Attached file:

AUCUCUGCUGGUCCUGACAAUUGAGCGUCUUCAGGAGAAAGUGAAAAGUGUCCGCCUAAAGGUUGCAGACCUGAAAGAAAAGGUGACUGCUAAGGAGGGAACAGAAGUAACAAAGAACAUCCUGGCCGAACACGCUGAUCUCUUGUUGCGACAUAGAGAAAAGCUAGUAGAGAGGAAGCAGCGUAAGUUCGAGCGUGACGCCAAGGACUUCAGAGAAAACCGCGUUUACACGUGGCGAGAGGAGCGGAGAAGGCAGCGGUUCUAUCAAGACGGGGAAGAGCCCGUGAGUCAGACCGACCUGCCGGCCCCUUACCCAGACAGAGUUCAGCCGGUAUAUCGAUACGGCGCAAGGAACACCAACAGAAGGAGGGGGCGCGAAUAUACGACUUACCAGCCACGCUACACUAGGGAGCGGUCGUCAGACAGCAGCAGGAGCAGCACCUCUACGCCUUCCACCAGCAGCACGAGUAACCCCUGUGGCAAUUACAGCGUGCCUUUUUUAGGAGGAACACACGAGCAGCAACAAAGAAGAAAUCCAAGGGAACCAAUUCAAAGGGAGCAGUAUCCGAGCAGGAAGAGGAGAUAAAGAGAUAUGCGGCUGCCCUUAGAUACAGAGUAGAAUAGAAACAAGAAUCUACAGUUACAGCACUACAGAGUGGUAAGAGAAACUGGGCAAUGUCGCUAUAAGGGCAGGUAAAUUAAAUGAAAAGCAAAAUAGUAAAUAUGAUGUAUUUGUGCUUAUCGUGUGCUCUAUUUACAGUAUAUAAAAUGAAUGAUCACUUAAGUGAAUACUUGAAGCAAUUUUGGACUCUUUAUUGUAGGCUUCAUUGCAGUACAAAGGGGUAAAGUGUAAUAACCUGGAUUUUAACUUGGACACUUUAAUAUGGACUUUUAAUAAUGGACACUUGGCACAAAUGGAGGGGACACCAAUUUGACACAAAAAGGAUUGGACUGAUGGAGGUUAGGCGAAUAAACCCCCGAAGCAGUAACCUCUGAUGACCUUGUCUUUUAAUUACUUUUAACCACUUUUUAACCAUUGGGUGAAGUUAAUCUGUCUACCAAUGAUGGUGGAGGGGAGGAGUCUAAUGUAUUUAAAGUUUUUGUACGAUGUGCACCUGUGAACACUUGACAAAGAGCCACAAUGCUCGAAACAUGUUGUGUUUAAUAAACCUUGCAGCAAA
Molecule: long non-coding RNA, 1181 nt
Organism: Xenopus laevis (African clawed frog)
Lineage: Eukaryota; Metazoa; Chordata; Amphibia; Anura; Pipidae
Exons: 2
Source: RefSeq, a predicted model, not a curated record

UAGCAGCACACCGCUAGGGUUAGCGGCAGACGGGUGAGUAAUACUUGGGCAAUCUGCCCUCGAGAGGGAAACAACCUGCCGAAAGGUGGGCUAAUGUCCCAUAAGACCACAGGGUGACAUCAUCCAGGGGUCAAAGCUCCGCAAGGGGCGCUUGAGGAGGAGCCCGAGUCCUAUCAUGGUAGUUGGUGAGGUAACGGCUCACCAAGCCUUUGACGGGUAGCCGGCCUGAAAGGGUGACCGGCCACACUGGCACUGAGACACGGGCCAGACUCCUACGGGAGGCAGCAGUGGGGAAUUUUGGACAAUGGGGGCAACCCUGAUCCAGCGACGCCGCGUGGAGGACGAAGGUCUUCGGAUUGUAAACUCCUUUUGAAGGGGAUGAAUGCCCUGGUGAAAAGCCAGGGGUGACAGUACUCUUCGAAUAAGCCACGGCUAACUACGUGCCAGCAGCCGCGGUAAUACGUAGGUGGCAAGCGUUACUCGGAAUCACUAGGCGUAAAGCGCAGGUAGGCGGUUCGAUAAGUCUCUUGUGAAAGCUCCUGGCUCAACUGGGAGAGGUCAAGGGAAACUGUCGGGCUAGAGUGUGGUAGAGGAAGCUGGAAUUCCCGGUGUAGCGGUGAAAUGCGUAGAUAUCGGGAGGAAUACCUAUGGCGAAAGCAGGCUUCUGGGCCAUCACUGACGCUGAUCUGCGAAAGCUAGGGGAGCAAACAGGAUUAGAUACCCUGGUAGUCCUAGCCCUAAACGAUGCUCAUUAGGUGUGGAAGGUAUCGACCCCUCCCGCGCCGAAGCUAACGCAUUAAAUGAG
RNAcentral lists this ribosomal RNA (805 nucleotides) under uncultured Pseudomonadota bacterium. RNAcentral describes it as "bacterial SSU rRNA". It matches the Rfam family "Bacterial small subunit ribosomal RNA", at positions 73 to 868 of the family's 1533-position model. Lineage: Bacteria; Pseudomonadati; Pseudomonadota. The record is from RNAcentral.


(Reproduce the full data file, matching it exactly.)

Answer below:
AUCUCUGCUGGUCCUGACAAUUGAGCGUCUUCAGGAGAAAGUGAAAAGUGUCCGCCUAAAGGUUGCAGACCUGAAAGAAAAGGUGACUGCUAAGGAGGGAACAGAAGUAACAAAGAACAUCCUGGCCGAACACGCUGAUCUCUUGUUGCGACAUAGAGAAAAGCUAGUAGAGAGGAAGCAGCGUAAGUUCGAGCGUGACGCCAAGGACUUCAGAGAAAACCGCGUUUACACGUGGCGAGAGGAGCGGAGAAGGCAGCGGUUCUAUCAAGACGGGGAAGAGCCCGUGAGUCAGACCGACCUGCCGGCCCCUUACCCAGACAGAGUUCAGCCGGUAUAUCGAUACGGCGCAAGGAACACCAACAGAAGGAGGGGGCGCGAAUAUACGACUUACCAGCCACGCUACACUAGGGAGCGGUCGUCAGACAGCAGCAGGAGCAGCACCUCUACGCCUUCCACCAGCAGCACGAGUAACCCCUGUGGCAAUUACAGCGUGCCUUUUUUAGGAGGAACACACGAGCAGCAACAAAGAAGAAAUCCAAGGGAACCAAUUCAAAGGGAGCAGUAUCCGAGCAGGAAGAGGAGAUAAAGAGAUAUGCGGCUGCCCUUAGAUACAGAGUAGAAUAGAAACAAGAAUCUACAGUUACAGCACUACAGAGUGGUAAGAGAAACUGGGCAAUGUCGCUAUAAGGGCAGGUAAAUUAAAUGAAAAGCAAAAUAGUAAAUAUGAUGUAUUUGUGCUUAUCGUGUGCUCUAUUUACAGUAUAUAAAAUGAAUGAUCACUUAAGUGAAUACUUGAAGCAAUUUUGGACUCUUUAUUGUAGGCUUCAUUGCAGUACAAAGGGGUAAAGUGUAAUAACCUGGAUUUUAACUUGGACACUUUAAUAUGGACUUUUAAUAAUGGACACUUGGCACAAAUGGAGGGGACACCAAUUUGACACAAAAAGGAUUGGACUGAUGGAGGUUAGGCGAAUAAACCCCCGAAGCAGUAACCUCUGAUGACCUUGUCUUUUAAUUACUUUUAACCACUUUUUAACCAUUGGGUGAAGUUAAUCUGUCUACCAAUGAUGGUGGAGGGGAGGAGUCUAAUGUAUUUAAAGUUUUUGUACGAUGUGCACCUGUGAACACUUGACAAAGAGCCACAAUGCUCGAAACAUGUUGUGUUUAAUAAACCUUGCAGCAAA
Molecule: long non-coding RNA, 1181 nt
Organism: Xenopus laevis (African clawed frog)
Lineage: Eukaryota; Metazoa; Chordata; Amphibia; Anura; Pipidae
Exons: 2
Source: RefSeq, a predicted model, not a curated record

UAGCAGCACACCGCUAGGGUUAGCGGCAGACGGGUGAGUAAUACUUGGGCAAUCUGCCCUCGAGAGGGAAACAACCUGCCGAAAGGUGGGCUAAUGUCCCAUAAGACCACAGGGUGACAUCAUCCAGGGGUCAAAGCUCCGCAAGGGGCGCUUGAGGAGGAGCCCGAGUCCUAUCAUGGUAGUUGGUGAGGUAACGGCUCACCAAGCCUUUGACGGGUAGCCGGCCUGAAAGGGUGACCGGCCACACUGGCACUGAGACACGGGCCAGACUCCUACGGGAGGCAGCAGUGGGGAAUUUUGGACAAUGGGGGCAACCCUGAUCCAGCGACGCCGCGUGGAGGACGAAGGUCUUCGGAUUGUAAACUCCUUUUGAAGGGGAUGAAUGCCCUGGUGAAAAGCCAGGGGUGACAGUACUCUUCGAAUAAGCCACGGCUAACUACGUGCCAGCAGCCGCGGUAAUACGUAGGUGGCAAGCGUUACUCGGAAUCACUAGGCGUAAAGCGCAGGUAGGCGGUUCGAUAAGUCUCUUGUGAAAGCUCCUGGCUCAACUGGGAGAGGUCAAGGGAAACUGUCGGGCUAGAGUGUGGUAGAGGAAGCUGGAAUUCCCGGUGUAGCGGUGAAAUGCGUAGAUAUCGGGAGGAAUACCUAUGGCGAAAGCAGGCUUCUGGGCCAUCACUGACGCUGAUCUGCGAAAGCUAGGGGAGCAAACAGGAUUAGAUACCCUGGUAGUCCUAGCCCUAAACGAUGCUCAUUAGGUGUGGAAGGUAUCGACCCCUCCCGCGCCGAAGCUAACGCAUUAAAUGAG
RNAcentral lists this ribosomal RNA (805 nucleotides) under uncultured Pseudomonadota bacterium. RNAcentral describes it as "bacterial SSU rRNA". It matches the Rfam family "Bacterial small subunit ribosomal RNA", at positions 73 to 868 of the family's 1533-position model. Lineage: Bacteria; Pseudomonadati; Pseudomonadota. The record is from RNAcentral.